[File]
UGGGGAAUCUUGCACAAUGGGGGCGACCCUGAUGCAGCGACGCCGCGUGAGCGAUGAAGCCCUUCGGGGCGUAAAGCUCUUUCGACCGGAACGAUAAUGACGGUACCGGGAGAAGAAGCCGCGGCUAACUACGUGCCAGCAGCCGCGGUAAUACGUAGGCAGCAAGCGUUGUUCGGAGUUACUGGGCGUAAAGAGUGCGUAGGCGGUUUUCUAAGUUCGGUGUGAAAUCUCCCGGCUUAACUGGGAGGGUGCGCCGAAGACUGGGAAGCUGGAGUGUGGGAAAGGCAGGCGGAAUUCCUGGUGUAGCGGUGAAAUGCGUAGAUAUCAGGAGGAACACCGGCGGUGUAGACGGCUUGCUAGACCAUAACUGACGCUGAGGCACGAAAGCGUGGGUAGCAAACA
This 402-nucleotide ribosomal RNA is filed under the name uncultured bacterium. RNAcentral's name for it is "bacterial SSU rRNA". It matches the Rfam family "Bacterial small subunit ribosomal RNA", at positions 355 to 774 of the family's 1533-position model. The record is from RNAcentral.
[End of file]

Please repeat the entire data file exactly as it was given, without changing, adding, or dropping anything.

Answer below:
UGGGGAAUCUUGCACAAUGGGGGCGACCCUGAUGCAGCGACGCCGCGUGAGCGAUGAAGCCCUUCGGGGCGUAAAGCUCUUUCGACCGGAACGAUAAUGACGGUACCGGGAGAAGAAGCCGCGGCUAACUACGUGCCAGCAGCCGCGGUAAUACGUAGGCAGCAAGCGUUGUUCGGAGUUACUGGGCGUAAAGAGUGCGUAGGCGGUUUUCUAAGUUCGGUGUGAAAUCUCCCGGCUUAACUGGGAGGGUGCGCCGAAGACUGGGAAGCUGGAGUGUGGGAAAGGCAGGCGGAAUUCCUGGUGUAGCGGUGAAAUGCGUAGAUAUCAGGAGGAACACCGGCGGUGUAGACGGCUUGCUAGACCAUAACUGACGCUGAGGCACGAAAGCGUGGGUAGCAAACA
This 402-nucleotide ribosomal RNA is filed under the name uncultured bacterium. RNAcentral's name for it is "bacterial SSU rRNA". It matches the Rfam family "Bacterial small subunit ribosomal RNA", at positions 355 to 774 of the family's 1533-position model. The record is from RNAcentral.